DETROIT — Teslas with partially automated driving systems are a step closer to being recalled after the U.S. elevated its investigation into a series of collisions with parked emergency vehicles or trucks with warning signs.
The National Highway Traffic Safety Administration said Thursday that it is upgrading the Tesla probe to an engineering analysis, another sign of increased scrutiny of the electric vehicle maker and automated systems that perform at least some driving tasks.
An engineering analysis is the final stage of an investigation, and in most cases NHTSA decides within a year if there should be a recall or the probe should be closed.
Documents posted Thursday by the agency raise some serious issues about Tesla’s Autopilot system. The agency found that it’s being used in areas where its capabilities are limited, and that many drivers aren’t taking action to avoid crashes despite warnings from the vehicle.
The probe now covers 830,000 vehicles, almost everything that the Austin, Texas, carmaker has sold in the U.S. since the start of the 2014 model year.
NHTSA reported that is has found 16 crashes into emergency vehicles and trucks with warning signs, causing 15 injuries and one death.
Investigators will evaluate additional data, vehicle performance and “explore the degree to which Autopilot and associated Tesla systems may exacerbate human factors or behavioral safety risks undermining the effectiveness of the driver’s supervision,” the agency said.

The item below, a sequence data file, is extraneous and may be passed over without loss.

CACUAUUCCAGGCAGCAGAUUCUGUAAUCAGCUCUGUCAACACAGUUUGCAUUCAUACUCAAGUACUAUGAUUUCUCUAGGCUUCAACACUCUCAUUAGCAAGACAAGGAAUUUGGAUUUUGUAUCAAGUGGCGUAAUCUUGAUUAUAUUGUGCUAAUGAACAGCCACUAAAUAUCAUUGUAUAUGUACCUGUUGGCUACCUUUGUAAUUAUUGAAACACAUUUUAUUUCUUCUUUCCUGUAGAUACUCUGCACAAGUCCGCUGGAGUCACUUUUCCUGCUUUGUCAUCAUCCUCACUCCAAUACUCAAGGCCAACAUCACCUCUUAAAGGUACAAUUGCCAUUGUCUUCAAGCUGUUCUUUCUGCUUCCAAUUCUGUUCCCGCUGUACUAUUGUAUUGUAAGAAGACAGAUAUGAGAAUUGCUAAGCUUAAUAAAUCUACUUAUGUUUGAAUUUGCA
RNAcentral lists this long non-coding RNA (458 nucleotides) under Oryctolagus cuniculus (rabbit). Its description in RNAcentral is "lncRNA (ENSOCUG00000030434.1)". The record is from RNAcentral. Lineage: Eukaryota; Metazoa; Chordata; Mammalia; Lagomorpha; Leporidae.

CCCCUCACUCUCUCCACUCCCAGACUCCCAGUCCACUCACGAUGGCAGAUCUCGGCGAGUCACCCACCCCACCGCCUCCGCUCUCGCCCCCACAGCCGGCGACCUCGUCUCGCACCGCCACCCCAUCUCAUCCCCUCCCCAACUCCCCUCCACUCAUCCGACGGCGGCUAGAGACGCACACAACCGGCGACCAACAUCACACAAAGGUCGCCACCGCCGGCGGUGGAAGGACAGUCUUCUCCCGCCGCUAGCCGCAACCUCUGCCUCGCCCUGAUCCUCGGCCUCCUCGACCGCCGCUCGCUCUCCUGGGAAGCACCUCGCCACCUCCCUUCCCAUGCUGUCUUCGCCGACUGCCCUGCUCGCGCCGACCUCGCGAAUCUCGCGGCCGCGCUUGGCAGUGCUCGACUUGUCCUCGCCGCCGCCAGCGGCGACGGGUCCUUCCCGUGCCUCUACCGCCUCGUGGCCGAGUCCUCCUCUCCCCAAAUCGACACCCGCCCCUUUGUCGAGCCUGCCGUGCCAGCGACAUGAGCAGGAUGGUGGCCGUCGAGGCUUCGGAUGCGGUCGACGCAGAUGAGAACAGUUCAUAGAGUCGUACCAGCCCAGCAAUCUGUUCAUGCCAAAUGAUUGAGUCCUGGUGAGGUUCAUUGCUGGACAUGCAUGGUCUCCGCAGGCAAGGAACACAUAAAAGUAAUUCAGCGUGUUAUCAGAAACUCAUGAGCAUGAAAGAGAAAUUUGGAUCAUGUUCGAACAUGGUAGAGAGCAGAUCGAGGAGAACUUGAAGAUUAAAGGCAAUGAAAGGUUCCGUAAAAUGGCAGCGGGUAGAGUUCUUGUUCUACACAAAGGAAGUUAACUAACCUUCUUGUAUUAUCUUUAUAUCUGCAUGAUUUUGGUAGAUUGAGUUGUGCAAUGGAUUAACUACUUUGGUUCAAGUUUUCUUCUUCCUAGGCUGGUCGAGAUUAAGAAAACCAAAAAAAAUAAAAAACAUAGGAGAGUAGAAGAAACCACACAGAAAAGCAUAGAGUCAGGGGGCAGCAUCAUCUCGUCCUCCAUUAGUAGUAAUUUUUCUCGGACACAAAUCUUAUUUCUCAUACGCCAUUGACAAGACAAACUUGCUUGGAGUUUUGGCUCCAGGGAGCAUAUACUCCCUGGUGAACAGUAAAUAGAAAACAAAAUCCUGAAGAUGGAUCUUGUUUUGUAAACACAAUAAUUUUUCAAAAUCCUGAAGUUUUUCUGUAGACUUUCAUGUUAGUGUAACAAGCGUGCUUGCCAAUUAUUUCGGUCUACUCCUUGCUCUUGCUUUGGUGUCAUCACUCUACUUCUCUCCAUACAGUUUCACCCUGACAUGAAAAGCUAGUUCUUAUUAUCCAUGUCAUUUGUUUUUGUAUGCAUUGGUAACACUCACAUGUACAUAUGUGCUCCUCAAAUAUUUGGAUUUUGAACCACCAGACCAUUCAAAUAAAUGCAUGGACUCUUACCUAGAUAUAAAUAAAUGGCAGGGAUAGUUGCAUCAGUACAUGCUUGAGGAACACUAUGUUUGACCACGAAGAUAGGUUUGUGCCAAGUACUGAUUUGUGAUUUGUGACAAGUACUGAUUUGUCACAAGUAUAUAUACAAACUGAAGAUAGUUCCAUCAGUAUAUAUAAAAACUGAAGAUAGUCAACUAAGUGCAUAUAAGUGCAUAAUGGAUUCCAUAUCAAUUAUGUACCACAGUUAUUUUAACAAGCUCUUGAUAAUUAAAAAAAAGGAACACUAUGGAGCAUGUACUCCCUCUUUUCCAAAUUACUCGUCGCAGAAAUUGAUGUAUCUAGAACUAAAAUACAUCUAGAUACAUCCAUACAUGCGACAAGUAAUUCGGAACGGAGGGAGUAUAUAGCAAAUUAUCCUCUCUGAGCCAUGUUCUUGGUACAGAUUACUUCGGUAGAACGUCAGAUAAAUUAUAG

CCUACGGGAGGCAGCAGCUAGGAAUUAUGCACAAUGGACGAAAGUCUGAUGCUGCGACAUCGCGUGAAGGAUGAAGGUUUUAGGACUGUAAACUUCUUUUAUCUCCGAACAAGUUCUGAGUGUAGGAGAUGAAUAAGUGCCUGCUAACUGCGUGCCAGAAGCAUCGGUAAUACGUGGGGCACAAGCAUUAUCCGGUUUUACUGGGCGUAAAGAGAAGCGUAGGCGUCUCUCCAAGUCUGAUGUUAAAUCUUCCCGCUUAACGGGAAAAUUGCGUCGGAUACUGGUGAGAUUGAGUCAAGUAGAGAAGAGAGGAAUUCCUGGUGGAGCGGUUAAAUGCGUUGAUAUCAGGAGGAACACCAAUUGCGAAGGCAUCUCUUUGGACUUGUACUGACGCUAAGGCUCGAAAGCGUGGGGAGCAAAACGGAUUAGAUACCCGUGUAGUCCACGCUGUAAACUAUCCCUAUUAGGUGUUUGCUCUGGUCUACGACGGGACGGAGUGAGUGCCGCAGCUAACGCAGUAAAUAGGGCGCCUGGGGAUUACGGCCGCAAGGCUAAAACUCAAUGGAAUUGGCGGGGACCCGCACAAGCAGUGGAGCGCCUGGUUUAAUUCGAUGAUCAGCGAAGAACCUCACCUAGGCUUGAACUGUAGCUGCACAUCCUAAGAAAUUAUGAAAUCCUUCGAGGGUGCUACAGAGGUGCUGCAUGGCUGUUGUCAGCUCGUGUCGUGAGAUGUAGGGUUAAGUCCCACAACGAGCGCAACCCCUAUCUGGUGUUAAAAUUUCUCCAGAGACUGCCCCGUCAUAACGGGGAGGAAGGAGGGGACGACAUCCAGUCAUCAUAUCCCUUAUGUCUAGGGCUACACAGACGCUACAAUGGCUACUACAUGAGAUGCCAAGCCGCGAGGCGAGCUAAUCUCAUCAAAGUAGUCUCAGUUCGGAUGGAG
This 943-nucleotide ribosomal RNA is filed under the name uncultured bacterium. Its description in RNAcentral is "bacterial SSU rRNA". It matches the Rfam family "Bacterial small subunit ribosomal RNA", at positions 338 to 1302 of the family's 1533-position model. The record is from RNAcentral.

A message was left Thursday seeking comment from Tesla.
In the majority of the 16 crashes, the Teslas issued forward collision alerts to the drivers just before impact. Automatic emergency braking intervened to at least slow the cars in about half the cases. On average, Autopilot gave up control of the Teslas less than a second before the crash, NHTSA said in documents detailing the probe.
NHTSA also said it’s looking into crashes involving similar patterns that did not include emergency vehicles or trucks with warning signs.
The agency found that in many cases, drivers had their hands on the steering wheel as Tesla requires, yet they failed to take action to avoid a crash. This suggests that drivers are complying with Tesla’s system that makes them keep hands on the wheel, the agency wrote. Yet this doesn’t necessarily make sure they’re paying attention.
In crashes were video is available, drivers should have seen first responder vehicles an average of eight seconds before impact, the agency wrote.
The agency will have to decide if there is a safety defect with Autopilot before pursuing a recall.
Investigators also wrote that a driver’s use or misuse of the driver monitoring system “or operation of a vehicle in an unintended manner does not necessarily preclude a system defect.”
The agency document all but says Tesla’s method of making sure drivers pay attention isn’t good enough and that is a safety defect that should be recalled, said Bryant Walker Smith, a University of South Carolina law professor who studies automated vehicles.